A hypersonic jet engine that could be used to fly people from Sydney to London in just 2 hours is on track to make its first flight in 2018, according to the Australian scientists and engineers working on the project.
Last week, the researchers conducted an experimental rocket launch at the Woomera Test Range, located about 310 miles (500 kilometers) northwest of Adelaide, in the South Australian outback.
A test vehicle, designed to gather data about hypersonic flight in the upper atmosphere, launched from Woomera to an altitude of 173 miles (278 km) and reached its target speed of Mach 7.5 — seven and a half times the speed of sound, or about 5,700 mph (9,200 km/h). [See Photos of Australia's Hypersonic 'HIFiRE' Project]
Michael Smart, a professor of hypersonics at the University of Queensland who leads the team developing the new engine, told Live Science that the launch was part of preparations for a 10-second horizontal test flight of the Australian-designed "scramjet" planned for 2018. A vertical test flight of the engine is planned for November next year.
Under the hood
Supersonic combustion ramjet engines, known as scramjets, can burn hydrogen fuel and oxygen from the atmosphere at hypersonic speeds — above Mach 5, or five times the speed of sound, far beyond the speeds possible with ordinary jet engines. In 2011, an experimental scramjet developed by the U.S. military's Defense Advanced Research Projects Agency (DARPA) reached Mach 20 — about 13,000 mph, or 20,900 km/h — before it lost control.
Someday, commercial aircraft with hypersonic scramjets might zip tourists around the world in just a few hours, or help launch satellites into orbit. But so far, the main push for hypersonic technology has come from militaries that see strategic value in hypersonic weapons and spy planes.
The Australian scramjet engine is part of the HIFiRE project (short for Hypersonic International Flight Research Experimentation Program), a joint American-Australian research effort that involves NASA and the U.S. Air Force. [Watch Video of the HIFiRE Hypersonic Engine Test]
Last week's test launch, dubbed HIFiRE 5b, was conducted by Australia's Defence Science and Technology Group, led by Allan Paull.
The HIFiRE 5b flight gathered data about the aerodynamic drag (the resistant force from air friction around a moving object) and the heating from air friction experienced by an aircraft flying at hypersonic speeds about 19 miles (30 km) above the Earth's surface, Smart told Live Science.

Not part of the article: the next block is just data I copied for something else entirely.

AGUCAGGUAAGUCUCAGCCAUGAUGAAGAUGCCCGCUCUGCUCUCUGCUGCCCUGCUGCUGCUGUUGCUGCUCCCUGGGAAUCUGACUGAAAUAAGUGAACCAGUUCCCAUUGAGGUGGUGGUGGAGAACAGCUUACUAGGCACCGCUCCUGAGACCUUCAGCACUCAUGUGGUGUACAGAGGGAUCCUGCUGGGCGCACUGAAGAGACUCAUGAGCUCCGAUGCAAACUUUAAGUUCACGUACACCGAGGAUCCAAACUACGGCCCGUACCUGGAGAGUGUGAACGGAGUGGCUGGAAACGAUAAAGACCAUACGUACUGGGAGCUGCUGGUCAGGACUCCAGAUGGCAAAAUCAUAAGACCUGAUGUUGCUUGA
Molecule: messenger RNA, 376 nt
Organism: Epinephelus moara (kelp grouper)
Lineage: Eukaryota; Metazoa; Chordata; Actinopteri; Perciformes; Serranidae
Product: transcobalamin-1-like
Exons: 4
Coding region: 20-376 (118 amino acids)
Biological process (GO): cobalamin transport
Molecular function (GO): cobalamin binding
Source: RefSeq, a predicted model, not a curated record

"We do a significant amount of ground testing, but we can't get information about those two things," he said. "So, we dedicated a whole flight to getting that information."
After separating from the launch rocket, the conical test vehicle was "basically coming straight down at Mach 7 and a half," Smart said.
"It goes through the interesting part of the atmosphere for us for about 5 to 10 seconds, when we get some really great data," he added. "But then, the atmosphere gets so thick that the fins burn off, and it starts to tumble."
Scramjets do not work below hypersonic speeds, so experimental scramjets rely on rockets to boost them faster than Mach 5.
The HIFiRE engine was developed in ground and wind-tunnel tests over the course of five years, and the experimental launches at the Woomera Test Range are milestones leading up to the first 10-second horizontal test flight in 2018, Smart said.
The engine was made entirely from lightweight carbon-composite materials that could survive its operating temperature of about 2,900 degrees Fahrenheit (1,600 degrees Celsius) — hot enough to melt metal jet engines.
Smart said that although hypersonic passenger jets are still many decades away, scramjets could be used for civilian applications within the next 10 or 20 years, to launch small satellites.
Because scramjets use oxygen from the atmosphere to burn propellant, instead of the liquid oxygen used in large rockets, these hypersonic vehicles could carry bigger payloads. Scramjet launchers could also be flown back to the ground to be used multiple times, the researchers said.
"The scramjet technology we've developed could be a reusable stage of a satellite launch system, and at the University of Queensland, that's the angle we're spending a lot of effort to develop ... as a commercial application where there's a real opportunity," Smart said.
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Tom Metcalfe is a freelance journalist and regular Live Science contributor who is based in London in the United Kingdom. Tom writes mainly about science, space, archaeology, the Earth and the oceans. He has also written for the BBC, NBC News, National Geographic, Scientific American, Air & Space, and many others.